FRIDAY, JULY 20, 2018
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Ukraine to build $1 bln Chornobyl cover
Journal Staff Report

KIEV, April 24 – Ukraine will probably begin within the next three months construction of the $1 billion state-of-the-art cover over the damaged reactor at Chornobyl nuclear power plant, President Viktor Yushchenko said Monday.

The move would end a six-year international fund raising effort and selection of design to make sure the cover is able to withstand pressures protecting the environment for the next 100 years.

“I believe within the next several months the project on the shelter construction will be opened,” Yushchenko said after meeting ambassadors from the world’s richest nations and Russia.

The donor nations, including the U.S., Britain, Canada, France, Germany, Italy and Japan, joined by Russia, have pledged to provide a total of about $1 billion for the cover at three separate international conferences.
The money, raised by the donors, is channeled to a special fund, known as the Shelter Implementation Project, which is managed by the European Bank for Reconstruction and Development.

The cover is supposed to be built over the existing one that had been hastily erected to cover the Chornobyl reactor shortly after its explosion on April 26, 1986.
The need for the new cover becomes a pressing matter as local scientists have suggested the lifespan of the original cover may be nearing its end. Should the cover become unstable and collapse, it would have a devastating impact on Europe’s environment, the scientists have warned.

Under pressure from world leaders, Ukraine shut down Chornobyl Nuclear Power Plant in December 2000.

However, the financing delays over the past five years and other problems, including delays in selection of the final design of the shelter, postponed the construction indefinitely.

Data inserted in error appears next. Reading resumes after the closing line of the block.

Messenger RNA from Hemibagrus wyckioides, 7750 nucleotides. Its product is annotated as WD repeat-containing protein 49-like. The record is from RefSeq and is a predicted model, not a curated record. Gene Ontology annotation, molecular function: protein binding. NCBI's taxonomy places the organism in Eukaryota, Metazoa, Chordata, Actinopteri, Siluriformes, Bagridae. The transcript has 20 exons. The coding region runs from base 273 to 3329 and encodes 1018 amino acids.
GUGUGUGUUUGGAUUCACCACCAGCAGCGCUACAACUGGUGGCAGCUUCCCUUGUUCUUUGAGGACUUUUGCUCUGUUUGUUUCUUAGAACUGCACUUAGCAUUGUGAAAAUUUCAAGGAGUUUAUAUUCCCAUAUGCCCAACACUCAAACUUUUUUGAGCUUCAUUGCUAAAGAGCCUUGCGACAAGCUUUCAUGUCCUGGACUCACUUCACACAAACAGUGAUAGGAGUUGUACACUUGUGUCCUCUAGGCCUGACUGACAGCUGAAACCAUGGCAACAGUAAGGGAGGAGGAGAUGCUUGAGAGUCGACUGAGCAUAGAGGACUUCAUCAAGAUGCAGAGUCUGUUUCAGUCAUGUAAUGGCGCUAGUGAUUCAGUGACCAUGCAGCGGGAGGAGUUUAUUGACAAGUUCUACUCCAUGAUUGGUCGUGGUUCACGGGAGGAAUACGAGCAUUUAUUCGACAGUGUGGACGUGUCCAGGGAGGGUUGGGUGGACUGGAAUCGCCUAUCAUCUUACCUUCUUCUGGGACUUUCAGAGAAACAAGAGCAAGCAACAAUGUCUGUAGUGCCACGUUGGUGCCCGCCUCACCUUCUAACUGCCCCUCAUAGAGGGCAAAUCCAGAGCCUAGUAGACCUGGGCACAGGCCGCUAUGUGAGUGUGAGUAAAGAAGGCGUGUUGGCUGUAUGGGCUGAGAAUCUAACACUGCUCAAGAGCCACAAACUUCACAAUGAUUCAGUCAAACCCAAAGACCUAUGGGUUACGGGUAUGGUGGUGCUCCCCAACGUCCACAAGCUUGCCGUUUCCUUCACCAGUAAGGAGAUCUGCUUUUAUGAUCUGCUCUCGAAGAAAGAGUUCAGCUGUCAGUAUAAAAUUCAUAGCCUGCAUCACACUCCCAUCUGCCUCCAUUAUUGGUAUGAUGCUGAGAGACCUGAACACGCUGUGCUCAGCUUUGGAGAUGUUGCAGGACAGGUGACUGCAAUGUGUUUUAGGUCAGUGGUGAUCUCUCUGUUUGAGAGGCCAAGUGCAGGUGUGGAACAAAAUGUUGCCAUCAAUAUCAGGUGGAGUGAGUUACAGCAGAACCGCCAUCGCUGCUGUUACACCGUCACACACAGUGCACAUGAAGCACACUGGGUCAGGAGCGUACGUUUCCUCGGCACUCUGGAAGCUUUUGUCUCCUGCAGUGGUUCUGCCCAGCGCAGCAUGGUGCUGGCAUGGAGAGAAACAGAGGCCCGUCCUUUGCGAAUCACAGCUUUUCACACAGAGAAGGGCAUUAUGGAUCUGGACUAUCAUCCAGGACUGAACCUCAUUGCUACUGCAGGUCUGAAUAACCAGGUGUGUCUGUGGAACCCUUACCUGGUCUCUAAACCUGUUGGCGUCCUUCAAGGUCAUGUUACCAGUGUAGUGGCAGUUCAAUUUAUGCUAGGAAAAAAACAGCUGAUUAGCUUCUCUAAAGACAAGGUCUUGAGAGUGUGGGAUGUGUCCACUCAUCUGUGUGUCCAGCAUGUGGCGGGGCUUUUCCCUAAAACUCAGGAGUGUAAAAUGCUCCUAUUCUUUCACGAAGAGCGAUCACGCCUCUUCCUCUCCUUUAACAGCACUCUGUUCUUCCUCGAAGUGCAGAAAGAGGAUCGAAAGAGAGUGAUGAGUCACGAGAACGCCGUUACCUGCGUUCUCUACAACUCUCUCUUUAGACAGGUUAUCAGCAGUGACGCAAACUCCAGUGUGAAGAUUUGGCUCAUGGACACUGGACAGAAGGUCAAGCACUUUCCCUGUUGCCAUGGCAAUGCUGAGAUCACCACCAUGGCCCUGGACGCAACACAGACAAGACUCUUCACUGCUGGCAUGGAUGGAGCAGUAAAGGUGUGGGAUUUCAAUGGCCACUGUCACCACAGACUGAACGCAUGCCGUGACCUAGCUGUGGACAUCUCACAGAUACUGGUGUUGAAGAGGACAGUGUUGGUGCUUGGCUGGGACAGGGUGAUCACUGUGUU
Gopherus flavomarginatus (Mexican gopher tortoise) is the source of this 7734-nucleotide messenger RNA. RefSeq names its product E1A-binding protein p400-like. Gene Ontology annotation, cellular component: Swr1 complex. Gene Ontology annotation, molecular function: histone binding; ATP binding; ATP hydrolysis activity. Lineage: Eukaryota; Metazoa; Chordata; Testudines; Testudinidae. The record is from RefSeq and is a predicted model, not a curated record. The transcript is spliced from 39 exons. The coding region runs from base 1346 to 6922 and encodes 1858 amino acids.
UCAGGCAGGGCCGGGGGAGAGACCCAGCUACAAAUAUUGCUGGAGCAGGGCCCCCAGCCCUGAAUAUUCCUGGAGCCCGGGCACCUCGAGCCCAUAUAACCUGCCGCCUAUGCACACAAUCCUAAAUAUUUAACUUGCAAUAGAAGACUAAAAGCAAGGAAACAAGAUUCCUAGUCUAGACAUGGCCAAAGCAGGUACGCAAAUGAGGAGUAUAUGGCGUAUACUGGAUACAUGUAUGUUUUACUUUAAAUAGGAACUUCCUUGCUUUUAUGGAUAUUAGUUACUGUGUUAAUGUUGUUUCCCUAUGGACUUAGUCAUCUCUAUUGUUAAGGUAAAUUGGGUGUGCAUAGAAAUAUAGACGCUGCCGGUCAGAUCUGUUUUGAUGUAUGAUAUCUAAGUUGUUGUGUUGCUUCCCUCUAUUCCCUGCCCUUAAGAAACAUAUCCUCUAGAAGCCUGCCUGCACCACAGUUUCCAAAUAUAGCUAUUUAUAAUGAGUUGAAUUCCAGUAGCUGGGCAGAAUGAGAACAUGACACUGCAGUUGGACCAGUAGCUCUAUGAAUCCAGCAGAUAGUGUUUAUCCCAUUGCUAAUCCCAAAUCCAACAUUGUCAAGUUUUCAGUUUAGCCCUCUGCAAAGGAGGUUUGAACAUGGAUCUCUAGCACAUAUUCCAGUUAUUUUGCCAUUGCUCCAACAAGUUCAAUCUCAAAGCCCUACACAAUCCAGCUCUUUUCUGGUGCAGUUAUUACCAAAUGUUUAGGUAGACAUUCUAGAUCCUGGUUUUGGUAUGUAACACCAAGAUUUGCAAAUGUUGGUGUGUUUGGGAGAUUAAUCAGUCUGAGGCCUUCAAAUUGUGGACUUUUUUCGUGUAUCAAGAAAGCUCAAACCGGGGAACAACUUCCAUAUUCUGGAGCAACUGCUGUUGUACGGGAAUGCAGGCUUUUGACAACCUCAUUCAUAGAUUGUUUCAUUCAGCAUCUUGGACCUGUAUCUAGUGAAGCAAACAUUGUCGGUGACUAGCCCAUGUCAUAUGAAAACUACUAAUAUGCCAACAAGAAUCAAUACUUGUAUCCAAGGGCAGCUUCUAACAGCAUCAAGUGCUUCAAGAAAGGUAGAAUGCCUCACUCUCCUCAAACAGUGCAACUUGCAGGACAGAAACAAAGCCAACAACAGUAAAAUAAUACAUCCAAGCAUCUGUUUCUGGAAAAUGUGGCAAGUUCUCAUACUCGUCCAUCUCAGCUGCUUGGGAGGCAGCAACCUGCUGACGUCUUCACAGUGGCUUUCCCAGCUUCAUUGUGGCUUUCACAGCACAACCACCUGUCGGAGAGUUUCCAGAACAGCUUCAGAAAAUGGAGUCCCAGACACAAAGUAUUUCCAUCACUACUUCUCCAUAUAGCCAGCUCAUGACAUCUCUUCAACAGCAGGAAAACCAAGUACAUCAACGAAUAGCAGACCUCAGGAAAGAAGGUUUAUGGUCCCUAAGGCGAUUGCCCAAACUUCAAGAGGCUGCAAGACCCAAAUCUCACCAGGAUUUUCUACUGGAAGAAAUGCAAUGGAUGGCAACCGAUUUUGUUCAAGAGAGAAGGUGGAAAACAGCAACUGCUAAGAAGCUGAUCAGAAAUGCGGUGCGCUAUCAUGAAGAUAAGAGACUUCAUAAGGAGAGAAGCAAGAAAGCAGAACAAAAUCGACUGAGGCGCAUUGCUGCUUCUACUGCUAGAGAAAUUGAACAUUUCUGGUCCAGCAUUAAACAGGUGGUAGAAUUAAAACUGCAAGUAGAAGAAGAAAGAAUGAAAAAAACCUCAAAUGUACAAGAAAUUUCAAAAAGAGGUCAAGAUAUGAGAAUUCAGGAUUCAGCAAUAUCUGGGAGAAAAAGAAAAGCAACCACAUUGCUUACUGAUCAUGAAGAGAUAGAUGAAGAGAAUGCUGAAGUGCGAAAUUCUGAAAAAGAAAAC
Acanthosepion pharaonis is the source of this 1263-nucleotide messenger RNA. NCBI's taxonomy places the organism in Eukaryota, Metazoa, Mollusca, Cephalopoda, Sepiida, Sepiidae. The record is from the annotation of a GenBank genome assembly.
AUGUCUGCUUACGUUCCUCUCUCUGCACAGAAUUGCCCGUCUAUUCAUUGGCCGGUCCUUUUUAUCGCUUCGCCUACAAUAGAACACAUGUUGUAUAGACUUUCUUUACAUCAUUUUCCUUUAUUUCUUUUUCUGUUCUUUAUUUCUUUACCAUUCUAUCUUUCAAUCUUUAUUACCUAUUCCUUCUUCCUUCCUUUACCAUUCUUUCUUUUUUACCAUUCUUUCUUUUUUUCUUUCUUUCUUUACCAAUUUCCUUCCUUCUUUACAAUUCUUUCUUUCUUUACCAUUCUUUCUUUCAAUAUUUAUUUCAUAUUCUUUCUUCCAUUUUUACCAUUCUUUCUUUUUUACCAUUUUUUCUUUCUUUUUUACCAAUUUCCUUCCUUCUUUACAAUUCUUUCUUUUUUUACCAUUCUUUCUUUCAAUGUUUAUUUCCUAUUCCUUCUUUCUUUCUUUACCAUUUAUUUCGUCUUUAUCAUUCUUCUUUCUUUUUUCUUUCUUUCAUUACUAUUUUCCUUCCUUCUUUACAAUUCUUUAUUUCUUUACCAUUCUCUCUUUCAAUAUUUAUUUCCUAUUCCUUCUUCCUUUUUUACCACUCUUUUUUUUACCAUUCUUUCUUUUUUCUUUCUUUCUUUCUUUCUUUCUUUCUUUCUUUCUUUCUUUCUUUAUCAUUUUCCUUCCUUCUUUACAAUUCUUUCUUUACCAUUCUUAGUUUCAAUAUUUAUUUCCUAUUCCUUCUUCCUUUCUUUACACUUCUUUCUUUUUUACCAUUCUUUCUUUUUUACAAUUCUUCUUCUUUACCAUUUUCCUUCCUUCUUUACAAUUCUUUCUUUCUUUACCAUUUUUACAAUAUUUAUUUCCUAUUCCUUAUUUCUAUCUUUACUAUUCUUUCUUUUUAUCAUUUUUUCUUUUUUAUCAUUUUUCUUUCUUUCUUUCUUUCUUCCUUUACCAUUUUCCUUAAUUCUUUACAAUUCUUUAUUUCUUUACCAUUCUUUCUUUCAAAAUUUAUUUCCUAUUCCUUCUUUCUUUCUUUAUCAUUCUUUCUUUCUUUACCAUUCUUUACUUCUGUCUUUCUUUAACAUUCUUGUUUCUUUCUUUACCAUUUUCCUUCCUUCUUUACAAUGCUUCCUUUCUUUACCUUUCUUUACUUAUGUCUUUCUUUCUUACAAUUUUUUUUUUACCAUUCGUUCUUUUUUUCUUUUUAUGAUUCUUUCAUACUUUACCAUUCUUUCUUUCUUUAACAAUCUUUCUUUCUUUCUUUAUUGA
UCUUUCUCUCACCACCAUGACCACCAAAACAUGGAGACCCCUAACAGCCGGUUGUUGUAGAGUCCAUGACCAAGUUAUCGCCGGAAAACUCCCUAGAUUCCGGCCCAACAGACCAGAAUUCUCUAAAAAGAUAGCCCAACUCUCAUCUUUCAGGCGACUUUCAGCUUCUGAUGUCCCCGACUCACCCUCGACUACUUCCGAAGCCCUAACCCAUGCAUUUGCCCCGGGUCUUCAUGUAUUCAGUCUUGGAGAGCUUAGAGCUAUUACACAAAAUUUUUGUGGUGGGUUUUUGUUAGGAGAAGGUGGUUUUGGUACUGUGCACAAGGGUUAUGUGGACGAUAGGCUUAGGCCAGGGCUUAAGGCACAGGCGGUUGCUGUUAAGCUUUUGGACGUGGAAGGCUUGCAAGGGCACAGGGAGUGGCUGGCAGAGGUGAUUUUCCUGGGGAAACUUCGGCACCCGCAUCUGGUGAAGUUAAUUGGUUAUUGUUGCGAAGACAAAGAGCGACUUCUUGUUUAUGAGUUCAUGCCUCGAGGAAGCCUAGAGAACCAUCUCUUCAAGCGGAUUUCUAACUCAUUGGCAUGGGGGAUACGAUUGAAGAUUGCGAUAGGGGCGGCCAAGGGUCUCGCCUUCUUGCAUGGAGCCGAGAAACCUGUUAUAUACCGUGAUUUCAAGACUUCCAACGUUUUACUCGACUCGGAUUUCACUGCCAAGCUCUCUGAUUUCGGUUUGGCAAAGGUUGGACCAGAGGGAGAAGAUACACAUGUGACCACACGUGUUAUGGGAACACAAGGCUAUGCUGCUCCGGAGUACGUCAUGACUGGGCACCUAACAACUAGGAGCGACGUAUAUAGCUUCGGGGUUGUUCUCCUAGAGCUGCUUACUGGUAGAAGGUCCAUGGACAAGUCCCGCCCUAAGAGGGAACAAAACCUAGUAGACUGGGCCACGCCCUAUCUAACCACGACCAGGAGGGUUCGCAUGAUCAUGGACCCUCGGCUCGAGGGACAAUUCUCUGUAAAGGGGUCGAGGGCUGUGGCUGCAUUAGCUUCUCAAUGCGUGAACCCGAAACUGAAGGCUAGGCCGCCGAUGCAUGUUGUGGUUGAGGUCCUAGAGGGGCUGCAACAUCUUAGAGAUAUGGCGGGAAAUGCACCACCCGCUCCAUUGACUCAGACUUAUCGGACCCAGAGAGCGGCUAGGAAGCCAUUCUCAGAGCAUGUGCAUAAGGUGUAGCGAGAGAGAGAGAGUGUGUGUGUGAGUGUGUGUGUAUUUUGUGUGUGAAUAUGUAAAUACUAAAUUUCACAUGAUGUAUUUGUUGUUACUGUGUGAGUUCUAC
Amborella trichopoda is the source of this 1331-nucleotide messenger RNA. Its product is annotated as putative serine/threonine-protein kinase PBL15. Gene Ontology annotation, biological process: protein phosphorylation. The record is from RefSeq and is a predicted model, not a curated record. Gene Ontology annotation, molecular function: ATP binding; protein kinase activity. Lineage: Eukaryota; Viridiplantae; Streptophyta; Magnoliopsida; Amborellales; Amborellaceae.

“It’s worth to mention that further delays of joint efforts may cost the entire continent too dearly,” Yushchenko said

Yushchenko addressed an international meeting in Kiev on Monday focusing on turning Chornobyl nuclear power plant into an environmentally clean area.

Meanwhile, fund raising efforts will probably not stop there as Ukraine has called on the donors to seek ways to rehabilitate the areas around the Chornobyl and to minimize its impact on healthcare.

“I call for the new international donor conference on Chornobyl problems that would outline the strategy of joint actions to overcome the catastrophe,” Yushchenko said. “I call on the Council of Europe and the United Nations to support this initiative.”

The plan for the new fund raising campaign was announced days after the government had estimated the Chornobyl catastrophe would probably cost Ukraine a total of $170 billion between 1986 and 2015.

Over the past 20 years, Ukraine directly spent almost $15 billion, mostly for the cleanup operation and for the relocation of hundreds of thousands of people from the 30-km exclusion zone, according to the government.

“The global scale of the Chornobyl tragedy doesn’t recognize national borders,” Yushchenko said. “It convinces us that all opportunities of international cooperation must be used to solve a great number of problems that we face and that will undoubtedly face in the future.” (tl/ez)

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